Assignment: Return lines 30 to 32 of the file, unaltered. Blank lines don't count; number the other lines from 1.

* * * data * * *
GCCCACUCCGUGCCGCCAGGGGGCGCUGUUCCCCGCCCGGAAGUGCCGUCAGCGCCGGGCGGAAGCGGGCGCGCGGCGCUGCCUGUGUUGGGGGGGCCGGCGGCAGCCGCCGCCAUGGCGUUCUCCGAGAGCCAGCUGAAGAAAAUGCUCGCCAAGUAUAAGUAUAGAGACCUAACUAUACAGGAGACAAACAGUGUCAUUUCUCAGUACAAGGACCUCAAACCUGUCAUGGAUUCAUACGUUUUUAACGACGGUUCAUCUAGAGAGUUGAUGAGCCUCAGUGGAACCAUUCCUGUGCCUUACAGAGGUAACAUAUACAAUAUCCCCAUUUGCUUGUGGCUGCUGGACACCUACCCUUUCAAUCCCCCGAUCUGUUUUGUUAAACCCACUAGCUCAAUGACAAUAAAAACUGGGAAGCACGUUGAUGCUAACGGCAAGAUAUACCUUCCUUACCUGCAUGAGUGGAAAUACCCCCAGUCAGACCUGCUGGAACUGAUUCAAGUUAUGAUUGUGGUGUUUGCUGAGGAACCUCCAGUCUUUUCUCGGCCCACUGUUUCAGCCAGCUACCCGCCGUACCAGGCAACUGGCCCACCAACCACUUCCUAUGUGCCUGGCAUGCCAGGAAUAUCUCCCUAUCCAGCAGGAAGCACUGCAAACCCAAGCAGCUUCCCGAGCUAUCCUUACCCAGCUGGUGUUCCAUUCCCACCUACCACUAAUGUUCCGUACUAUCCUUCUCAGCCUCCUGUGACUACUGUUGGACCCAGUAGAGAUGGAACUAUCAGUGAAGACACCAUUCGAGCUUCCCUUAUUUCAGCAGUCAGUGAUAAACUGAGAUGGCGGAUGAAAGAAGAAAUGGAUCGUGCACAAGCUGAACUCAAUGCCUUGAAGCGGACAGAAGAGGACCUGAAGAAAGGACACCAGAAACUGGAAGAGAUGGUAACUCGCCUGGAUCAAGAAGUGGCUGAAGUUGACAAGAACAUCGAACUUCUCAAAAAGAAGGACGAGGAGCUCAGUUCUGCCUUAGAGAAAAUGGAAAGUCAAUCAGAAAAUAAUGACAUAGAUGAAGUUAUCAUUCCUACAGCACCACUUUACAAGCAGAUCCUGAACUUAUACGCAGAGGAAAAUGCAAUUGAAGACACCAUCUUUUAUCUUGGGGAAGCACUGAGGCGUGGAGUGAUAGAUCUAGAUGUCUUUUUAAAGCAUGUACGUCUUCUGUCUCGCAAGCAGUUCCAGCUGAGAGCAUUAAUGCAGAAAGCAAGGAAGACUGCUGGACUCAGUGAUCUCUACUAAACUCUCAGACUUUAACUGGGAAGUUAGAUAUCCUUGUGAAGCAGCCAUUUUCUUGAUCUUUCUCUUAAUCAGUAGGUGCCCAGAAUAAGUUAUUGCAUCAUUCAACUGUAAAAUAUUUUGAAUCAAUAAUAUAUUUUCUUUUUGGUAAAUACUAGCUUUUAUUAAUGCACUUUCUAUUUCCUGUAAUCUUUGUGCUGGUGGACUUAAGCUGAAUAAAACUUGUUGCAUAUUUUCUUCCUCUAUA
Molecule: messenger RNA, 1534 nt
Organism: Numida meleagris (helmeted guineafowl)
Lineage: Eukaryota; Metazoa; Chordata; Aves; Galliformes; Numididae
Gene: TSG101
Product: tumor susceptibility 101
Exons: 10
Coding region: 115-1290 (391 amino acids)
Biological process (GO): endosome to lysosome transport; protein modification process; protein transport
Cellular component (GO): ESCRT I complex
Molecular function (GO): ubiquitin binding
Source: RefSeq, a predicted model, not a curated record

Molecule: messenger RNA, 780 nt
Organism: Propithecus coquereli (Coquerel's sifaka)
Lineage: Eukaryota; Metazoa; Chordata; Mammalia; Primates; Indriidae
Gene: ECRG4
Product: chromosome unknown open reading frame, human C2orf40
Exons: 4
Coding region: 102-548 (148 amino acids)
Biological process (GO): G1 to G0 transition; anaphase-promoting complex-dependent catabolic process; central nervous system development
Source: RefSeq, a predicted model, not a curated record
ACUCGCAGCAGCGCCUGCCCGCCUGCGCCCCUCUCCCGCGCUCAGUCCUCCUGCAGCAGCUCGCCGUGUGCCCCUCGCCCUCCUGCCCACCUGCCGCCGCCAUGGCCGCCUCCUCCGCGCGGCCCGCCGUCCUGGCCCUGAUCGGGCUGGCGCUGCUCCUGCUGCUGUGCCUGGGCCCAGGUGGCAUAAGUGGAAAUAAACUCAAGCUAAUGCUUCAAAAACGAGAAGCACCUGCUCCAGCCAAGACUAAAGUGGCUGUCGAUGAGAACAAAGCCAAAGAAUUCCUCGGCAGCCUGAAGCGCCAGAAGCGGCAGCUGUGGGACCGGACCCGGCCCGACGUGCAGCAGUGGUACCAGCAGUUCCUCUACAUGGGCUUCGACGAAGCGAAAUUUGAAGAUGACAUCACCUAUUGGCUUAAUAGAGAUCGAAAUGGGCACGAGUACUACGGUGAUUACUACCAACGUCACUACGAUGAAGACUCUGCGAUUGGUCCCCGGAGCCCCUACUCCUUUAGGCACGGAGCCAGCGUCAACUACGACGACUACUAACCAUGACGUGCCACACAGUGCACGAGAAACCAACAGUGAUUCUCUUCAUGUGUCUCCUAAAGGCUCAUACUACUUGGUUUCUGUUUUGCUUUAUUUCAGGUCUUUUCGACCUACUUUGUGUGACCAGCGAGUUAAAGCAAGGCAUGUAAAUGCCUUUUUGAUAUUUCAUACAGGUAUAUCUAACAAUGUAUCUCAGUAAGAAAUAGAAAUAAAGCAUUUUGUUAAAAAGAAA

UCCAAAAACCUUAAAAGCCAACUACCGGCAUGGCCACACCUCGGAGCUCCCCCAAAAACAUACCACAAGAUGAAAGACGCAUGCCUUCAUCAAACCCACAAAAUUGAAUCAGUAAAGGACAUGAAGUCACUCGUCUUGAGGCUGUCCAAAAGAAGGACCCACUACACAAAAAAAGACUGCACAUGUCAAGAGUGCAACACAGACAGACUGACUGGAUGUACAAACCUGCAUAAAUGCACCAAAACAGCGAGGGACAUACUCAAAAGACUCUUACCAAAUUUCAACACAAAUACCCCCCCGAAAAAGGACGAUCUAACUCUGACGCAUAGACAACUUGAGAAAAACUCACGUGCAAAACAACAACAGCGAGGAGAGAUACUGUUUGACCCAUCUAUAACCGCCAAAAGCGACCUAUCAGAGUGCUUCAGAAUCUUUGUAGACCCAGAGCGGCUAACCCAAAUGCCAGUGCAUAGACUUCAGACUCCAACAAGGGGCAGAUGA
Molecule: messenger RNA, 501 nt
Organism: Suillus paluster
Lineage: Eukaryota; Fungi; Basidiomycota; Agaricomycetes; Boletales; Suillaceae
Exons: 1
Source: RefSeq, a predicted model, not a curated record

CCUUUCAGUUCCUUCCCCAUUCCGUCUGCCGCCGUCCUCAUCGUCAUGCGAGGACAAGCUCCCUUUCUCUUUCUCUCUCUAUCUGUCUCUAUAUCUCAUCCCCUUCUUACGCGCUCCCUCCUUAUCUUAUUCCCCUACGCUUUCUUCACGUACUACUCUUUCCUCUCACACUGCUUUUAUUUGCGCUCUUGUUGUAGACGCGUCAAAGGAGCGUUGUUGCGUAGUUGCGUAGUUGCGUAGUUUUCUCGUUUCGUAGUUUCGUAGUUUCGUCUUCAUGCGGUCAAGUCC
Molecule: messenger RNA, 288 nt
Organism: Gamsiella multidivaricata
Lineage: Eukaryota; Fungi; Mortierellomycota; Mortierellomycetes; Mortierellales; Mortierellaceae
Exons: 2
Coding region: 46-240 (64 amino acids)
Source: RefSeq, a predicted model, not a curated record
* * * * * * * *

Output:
Molecule: messenger RNA, 288 nt
Organism: Gamsiella multidivaricata
Lineage: Eukaryota; Fungi; Mortierellomycota; Mortierellomycetes; Mortierellales; Mortierellaceae